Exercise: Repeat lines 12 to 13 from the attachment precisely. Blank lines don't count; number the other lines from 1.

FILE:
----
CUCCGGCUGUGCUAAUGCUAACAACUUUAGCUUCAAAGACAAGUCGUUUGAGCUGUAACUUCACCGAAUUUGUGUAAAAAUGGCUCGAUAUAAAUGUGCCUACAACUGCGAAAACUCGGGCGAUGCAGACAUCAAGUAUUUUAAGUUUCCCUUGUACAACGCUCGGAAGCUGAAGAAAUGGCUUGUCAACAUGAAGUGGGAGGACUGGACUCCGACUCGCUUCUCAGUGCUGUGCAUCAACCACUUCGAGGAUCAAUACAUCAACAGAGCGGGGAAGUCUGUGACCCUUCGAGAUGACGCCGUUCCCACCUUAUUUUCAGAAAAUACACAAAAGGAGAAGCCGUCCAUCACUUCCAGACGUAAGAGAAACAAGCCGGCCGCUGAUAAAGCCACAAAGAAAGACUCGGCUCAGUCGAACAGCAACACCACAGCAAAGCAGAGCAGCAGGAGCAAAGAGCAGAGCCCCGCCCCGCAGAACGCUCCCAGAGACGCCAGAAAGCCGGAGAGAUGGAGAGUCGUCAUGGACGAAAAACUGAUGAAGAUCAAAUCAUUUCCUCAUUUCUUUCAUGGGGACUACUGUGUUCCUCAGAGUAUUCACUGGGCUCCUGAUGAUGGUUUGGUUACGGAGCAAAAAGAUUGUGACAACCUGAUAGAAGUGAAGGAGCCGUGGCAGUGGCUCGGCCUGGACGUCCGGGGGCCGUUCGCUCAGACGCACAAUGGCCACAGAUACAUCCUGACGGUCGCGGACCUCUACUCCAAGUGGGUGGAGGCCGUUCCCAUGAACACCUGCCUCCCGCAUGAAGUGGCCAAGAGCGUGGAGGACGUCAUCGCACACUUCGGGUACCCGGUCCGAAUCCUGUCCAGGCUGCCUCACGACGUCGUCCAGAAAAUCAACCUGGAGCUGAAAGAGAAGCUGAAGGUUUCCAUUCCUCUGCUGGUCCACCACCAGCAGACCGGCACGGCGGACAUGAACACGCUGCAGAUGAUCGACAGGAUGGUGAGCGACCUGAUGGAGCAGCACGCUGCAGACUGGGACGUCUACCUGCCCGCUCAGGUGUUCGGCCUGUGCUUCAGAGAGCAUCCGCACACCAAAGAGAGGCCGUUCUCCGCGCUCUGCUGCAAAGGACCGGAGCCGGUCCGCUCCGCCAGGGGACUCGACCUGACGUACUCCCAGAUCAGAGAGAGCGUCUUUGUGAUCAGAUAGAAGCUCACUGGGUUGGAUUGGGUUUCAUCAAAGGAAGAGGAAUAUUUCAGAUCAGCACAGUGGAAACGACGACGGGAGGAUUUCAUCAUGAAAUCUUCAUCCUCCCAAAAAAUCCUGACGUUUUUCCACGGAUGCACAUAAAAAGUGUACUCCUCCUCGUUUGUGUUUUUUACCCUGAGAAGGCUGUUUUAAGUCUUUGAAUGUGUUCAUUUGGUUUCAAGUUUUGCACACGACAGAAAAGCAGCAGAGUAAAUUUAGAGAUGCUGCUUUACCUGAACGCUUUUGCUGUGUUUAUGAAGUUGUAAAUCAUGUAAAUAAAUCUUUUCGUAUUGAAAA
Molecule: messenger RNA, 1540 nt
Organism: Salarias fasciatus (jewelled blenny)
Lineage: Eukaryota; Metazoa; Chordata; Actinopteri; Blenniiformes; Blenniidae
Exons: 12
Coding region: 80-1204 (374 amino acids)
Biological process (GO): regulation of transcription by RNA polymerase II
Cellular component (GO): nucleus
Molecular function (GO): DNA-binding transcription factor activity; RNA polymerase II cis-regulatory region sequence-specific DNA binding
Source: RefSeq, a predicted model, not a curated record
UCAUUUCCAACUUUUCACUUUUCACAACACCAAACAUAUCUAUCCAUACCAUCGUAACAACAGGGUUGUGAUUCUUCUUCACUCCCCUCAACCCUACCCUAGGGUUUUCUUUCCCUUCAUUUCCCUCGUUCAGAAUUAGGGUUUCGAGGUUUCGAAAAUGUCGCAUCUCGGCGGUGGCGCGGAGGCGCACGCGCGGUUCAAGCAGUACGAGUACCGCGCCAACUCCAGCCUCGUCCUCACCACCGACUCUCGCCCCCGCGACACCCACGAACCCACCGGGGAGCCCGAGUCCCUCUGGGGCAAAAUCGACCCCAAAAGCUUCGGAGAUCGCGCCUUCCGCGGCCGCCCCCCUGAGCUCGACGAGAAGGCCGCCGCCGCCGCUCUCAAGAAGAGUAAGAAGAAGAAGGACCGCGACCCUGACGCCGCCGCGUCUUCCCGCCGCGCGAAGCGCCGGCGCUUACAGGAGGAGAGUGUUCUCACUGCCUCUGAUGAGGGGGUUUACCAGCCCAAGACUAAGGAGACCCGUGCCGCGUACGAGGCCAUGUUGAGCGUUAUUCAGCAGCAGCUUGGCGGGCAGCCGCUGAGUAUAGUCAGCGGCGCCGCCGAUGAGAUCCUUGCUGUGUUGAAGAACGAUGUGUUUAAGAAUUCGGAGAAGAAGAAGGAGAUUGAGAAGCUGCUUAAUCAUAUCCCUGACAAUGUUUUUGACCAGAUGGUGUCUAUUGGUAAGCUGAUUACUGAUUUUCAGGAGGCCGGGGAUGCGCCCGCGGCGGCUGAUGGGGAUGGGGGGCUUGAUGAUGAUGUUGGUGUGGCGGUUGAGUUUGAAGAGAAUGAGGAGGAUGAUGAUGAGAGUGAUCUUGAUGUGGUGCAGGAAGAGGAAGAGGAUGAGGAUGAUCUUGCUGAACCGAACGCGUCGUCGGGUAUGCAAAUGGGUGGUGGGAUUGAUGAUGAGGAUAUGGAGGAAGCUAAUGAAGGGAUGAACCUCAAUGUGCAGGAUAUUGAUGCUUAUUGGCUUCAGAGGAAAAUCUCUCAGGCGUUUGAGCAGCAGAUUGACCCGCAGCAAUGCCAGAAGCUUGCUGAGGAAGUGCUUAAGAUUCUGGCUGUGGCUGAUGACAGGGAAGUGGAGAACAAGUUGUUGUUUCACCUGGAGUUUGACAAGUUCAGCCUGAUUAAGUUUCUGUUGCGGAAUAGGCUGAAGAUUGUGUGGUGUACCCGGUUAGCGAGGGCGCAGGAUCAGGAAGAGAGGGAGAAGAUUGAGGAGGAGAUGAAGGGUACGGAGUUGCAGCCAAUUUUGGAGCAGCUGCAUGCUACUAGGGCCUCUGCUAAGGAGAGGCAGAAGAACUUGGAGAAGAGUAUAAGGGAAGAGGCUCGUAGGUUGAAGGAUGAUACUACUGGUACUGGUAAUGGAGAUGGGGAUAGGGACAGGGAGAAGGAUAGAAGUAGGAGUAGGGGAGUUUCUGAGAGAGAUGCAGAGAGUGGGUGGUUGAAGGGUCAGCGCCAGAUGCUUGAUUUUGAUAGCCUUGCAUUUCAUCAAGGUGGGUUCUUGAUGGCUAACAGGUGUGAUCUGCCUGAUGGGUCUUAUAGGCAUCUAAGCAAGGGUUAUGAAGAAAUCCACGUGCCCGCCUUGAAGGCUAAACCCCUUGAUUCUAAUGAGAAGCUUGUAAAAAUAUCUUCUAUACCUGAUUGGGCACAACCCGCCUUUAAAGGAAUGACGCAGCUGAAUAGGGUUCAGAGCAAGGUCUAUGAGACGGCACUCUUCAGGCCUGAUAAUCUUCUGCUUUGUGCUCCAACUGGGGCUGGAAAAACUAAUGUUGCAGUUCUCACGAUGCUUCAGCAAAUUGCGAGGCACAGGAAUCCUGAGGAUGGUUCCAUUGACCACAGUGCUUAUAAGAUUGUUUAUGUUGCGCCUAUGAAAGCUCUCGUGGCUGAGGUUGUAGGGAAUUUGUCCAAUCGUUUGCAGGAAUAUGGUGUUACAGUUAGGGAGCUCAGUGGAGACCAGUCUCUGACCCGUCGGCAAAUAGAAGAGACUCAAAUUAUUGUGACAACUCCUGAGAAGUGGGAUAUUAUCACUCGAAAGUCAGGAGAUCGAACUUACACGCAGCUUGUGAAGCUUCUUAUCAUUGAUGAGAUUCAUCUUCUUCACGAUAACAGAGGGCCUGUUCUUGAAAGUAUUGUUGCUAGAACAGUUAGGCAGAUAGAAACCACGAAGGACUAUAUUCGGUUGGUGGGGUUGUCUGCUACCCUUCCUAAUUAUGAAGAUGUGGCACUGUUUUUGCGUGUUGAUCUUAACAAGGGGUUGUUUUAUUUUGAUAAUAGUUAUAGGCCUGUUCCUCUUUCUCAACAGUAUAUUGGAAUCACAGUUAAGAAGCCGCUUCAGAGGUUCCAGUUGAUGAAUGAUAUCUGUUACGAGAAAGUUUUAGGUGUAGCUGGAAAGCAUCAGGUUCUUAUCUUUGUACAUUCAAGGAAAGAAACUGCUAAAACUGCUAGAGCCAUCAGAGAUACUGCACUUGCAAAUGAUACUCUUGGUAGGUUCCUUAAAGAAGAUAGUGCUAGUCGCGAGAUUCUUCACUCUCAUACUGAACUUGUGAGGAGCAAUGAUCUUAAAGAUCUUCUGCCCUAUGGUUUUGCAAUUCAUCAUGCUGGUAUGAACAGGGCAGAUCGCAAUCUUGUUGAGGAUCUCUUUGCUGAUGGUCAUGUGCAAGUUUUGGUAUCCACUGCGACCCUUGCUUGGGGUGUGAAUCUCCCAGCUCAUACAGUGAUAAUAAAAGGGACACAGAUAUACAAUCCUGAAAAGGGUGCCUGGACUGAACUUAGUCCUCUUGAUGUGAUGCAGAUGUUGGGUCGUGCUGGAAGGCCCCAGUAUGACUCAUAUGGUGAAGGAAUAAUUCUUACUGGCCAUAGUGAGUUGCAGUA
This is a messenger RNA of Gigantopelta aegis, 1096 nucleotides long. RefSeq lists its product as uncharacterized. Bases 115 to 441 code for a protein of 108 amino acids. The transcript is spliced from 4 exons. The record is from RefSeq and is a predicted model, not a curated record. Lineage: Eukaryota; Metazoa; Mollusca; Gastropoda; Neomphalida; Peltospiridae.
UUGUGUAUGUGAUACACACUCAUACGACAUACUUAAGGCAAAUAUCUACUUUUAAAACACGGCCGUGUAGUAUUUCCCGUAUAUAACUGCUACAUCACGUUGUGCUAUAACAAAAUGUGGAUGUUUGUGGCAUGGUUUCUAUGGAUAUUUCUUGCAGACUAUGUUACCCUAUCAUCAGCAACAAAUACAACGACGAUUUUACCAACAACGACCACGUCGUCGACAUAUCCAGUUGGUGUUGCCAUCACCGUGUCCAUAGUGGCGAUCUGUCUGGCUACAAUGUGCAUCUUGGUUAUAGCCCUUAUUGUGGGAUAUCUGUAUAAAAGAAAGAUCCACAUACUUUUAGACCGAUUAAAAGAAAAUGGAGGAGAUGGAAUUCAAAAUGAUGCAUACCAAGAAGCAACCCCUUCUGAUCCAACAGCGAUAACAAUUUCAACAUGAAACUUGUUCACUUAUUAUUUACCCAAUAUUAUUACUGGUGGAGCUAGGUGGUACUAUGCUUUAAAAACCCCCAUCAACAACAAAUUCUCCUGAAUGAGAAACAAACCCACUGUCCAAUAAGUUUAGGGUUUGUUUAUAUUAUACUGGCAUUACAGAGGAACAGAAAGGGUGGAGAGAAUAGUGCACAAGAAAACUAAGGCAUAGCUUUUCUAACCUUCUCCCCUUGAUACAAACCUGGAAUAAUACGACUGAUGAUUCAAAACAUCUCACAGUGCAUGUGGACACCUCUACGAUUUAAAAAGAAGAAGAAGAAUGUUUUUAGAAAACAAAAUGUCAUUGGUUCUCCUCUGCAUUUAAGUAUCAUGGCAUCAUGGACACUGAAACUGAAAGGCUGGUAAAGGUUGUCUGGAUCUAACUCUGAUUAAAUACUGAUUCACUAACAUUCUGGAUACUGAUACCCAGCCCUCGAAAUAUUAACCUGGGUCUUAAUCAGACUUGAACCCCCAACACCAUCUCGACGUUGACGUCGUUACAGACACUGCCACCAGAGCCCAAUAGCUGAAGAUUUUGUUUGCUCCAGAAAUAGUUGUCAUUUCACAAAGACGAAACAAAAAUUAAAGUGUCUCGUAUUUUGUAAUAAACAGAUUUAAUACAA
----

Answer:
This is a messenger RNA of Gigantopelta aegis, 1096 nucleotides long. RefSeq lists its product as uncharacterized. Bases 115 to 441 code for a protein of 108 amino acids. The transcript is spliced from 4 exons. The record is from RefSeq and is a predicted model, not a curated record. Lineage: Eukaryota; Metazoa; Mollusca; Gastropoda; Neomphalida; Peltospiridae.
UUGUGUAUGUGAUACACACUCAUACGACAUACUUAAGGCAAAUAUCUACUUUUAAAACACGGCCGUGUAGUAUUUCCCGUAUAUAACUGCUACAUCACGUUGUGCUAUAACAAAAUGUGGAUGUUUGUGGCAUGGUUUCUAUGGAUAUUUCUUGCAGACUAUGUUACCCUAUCAUCAGCAACAAAUACAACGACGAUUUUACCAACAACGACCACGUCGUCGACAUAUCCAGUUGGUGUUGCCAUCACCGUGUCCAUAGUGGCGAUCUGUCUGGCUACAAUGUGCAUCUUGGUUAUAGCCCUUAUUGUGGGAUAUCUGUAUAAAAGAAAGAUCCACAUACUUUUAGACCGAUUAAAAGAAAAUGGAGGAGAUGGAAUUCAAAAUGAUGCAUACCAAGAAGCAACCCCUUCUGAUCCAACAGCGAUAACAAUUUCAACAUGAAACUUGUUCACUUAUUAUUUACCCAAUAUUAUUACUGGUGGAGCUAGGUGGUACUAUGCUUUAAAAACCCCCAUCAACAACAAAUUCUCCUGAAUGAGAAACAAACCCACUGUCCAAUAAGUUUAGGGUUUGUUUAUAUUAUACUGGCAUUACAGAGGAACAGAAAGGGUGGAGAGAAUAGUGCACAAGAAAACUAAGGCAUAGCUUUUCUAACCUUCUCCCCUUGAUACAAACCUGGAAUAAUACGACUGAUGAUUCAAAACAUCUCACAGUGCAUGUGGACACCUCUACGAUUUAAAAAGAAGAAGAAGAAUGUUUUUAGAAAACAAAAUGUCAUUGGUUCUCCUCUGCAUUUAAGUAUCAUGGCAUCAUGGACACUGAAACUGAAAGGCUGGUAAAGGUUGUCUGGAUCUAACUCUGAUUAAAUACUGAUUCACUAACAUUCUGGAUACUGAUACCCAGCCCUCGAAAUAUUAACCUGGGUCUUAAUCAGACUUGAACCCCCAACACCAUCUCGACGUUGACGUCGUUACAGACACUGCCACCAGAGCCCAAUAGCUGAAGAUUUUGUUUGCUCCAGAAAUAGUUGUCAUUUCACAAAGACGAAACAAAAAUUAAAGUGUCUCGUAUUUUGUAAUAAACAGAUUUAAUACAA